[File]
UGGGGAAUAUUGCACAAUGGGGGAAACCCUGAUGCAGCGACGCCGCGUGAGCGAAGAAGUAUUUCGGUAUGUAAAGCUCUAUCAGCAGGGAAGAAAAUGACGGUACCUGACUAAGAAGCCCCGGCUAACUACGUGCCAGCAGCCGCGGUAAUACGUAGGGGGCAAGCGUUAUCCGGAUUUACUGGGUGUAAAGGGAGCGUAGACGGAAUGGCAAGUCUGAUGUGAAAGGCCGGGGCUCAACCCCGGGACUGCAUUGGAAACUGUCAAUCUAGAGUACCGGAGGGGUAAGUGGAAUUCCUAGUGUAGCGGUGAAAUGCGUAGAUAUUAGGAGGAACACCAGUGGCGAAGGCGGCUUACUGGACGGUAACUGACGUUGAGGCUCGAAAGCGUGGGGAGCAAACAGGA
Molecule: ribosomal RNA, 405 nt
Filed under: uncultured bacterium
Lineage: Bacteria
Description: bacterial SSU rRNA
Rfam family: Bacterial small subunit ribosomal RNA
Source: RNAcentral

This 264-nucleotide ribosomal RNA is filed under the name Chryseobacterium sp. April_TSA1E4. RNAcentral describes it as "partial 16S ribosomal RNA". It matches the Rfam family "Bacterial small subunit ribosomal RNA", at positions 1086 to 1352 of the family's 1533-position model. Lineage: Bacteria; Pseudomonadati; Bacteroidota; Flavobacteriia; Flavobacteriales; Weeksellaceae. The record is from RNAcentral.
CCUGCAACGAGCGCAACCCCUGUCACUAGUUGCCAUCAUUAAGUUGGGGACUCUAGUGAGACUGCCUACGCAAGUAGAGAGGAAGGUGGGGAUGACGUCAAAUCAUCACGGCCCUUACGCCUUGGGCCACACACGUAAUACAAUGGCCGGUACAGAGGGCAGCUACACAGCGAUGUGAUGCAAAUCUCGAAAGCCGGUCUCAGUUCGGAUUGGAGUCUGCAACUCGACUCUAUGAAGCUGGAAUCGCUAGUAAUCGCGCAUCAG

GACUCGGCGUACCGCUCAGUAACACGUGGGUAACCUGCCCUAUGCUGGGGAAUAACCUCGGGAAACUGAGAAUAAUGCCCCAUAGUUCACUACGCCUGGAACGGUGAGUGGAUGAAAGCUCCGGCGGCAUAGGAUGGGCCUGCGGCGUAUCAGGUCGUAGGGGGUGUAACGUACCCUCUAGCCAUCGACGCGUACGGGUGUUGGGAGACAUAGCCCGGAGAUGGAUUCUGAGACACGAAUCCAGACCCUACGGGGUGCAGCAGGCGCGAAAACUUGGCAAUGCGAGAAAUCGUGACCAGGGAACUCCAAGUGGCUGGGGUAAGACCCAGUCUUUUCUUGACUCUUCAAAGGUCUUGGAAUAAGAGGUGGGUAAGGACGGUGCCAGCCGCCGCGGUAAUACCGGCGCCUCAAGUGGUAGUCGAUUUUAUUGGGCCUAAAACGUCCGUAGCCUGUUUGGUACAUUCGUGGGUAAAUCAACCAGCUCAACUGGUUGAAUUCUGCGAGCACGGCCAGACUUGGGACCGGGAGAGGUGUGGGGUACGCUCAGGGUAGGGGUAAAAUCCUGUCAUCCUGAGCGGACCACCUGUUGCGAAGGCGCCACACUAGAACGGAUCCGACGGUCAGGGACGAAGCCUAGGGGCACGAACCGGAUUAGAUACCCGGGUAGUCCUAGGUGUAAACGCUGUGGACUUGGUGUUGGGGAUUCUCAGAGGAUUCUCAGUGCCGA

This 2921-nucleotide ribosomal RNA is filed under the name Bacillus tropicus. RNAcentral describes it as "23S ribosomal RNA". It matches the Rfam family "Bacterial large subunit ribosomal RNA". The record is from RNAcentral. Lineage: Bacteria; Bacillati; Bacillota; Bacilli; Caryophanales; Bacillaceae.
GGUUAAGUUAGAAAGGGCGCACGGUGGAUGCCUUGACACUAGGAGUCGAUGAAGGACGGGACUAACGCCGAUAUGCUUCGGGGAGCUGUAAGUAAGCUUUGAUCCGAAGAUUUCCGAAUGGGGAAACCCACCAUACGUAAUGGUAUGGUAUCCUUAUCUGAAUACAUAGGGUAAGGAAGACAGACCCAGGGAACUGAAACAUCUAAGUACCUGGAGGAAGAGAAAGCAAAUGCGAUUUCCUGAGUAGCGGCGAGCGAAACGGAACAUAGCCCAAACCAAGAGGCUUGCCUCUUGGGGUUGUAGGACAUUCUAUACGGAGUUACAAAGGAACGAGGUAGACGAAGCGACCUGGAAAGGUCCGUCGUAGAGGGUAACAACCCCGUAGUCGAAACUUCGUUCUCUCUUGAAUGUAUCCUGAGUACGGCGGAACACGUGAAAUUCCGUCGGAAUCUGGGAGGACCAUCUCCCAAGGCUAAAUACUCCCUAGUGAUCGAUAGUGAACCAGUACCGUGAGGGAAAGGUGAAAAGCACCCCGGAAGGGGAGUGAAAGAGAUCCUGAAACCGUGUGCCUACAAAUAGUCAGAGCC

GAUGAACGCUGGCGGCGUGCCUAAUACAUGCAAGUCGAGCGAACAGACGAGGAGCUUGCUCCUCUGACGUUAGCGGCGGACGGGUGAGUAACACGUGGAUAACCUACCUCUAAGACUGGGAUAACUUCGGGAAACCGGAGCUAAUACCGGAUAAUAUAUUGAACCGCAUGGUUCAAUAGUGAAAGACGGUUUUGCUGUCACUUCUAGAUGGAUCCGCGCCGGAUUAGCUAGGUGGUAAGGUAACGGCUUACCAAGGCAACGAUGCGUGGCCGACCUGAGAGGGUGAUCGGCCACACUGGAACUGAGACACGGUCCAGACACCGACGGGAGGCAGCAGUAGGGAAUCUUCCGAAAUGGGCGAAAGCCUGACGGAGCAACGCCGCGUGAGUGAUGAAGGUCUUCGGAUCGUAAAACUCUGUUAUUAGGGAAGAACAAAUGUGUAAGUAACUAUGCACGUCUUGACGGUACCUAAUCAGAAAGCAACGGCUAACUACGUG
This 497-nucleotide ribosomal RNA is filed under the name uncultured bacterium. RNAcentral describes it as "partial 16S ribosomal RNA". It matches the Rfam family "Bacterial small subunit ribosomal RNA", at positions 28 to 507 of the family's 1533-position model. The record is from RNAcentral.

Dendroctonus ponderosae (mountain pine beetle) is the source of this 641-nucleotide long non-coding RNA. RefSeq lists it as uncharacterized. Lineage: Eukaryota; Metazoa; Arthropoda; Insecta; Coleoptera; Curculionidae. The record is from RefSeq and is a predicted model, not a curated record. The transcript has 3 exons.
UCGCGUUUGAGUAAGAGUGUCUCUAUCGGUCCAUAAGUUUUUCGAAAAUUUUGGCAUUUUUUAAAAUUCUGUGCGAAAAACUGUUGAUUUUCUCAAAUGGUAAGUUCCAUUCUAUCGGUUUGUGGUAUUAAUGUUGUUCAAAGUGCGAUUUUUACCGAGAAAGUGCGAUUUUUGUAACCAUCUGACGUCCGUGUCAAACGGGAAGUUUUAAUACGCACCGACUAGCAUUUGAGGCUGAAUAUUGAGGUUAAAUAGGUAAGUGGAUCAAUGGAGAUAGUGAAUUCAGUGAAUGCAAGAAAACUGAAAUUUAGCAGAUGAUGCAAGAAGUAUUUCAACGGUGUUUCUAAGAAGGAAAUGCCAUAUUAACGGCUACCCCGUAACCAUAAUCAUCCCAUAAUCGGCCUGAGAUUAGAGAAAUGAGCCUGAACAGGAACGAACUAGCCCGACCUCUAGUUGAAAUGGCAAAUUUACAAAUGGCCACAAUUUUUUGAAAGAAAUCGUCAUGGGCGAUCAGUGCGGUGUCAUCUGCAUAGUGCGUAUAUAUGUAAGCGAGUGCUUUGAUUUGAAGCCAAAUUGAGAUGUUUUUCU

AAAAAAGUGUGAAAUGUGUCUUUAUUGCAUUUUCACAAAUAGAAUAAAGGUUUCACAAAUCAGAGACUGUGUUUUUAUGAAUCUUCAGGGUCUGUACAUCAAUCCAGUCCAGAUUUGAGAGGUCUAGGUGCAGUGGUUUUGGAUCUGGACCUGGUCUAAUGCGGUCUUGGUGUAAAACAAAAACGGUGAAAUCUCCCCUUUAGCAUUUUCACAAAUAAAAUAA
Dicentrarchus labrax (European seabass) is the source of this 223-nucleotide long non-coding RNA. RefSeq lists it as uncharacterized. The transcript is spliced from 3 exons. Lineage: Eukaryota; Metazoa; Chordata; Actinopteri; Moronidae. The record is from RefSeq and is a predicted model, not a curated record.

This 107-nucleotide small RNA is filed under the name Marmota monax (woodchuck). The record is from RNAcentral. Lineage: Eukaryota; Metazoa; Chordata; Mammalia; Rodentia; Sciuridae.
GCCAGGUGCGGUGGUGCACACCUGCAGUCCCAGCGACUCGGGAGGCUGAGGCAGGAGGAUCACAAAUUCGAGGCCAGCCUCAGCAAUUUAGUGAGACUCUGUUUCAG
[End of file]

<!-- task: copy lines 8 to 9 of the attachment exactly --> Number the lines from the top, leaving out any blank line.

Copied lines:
This 264-nucleotide ribosomal RNA is filed under the name Chryseobacterium sp. April_TSA1E4. RNAcentral describes it as "partial 16S ribosomal RNA". It matches the Rfam family "Bacterial small subunit ribosomal RNA", at positions 1086 to 1352 of the family's 1533-position model. Lineage: Bacteria; Pseudomonadati; Bacteroidota; Flavobacteriia; Flavobacteriales; Weeksellaceae. The record is from RNAcentral.
CCUGCAACGAGCGCAACCCCUGUCACUAGUUGCCAUCAUUAAGUUGGGGACUCUAGUGAGACUGCCUACGCAAGUAGAGAGGAAGGUGGGGAUGACGUCAAAUCAUCACGGCCCUUACGCCUUGGGCCACACACGUAAUACAAUGGCCGGUACAGAGGGCAGCUACACAGCGAUGUGAUGCAAAUCUCGAAAGCCGGUCUCAGUUCGGAUUGGAGUCUGCAACUCGACUCUAUGAAGCUGGAAUCGCUAGUAAUCGCGCAUCAG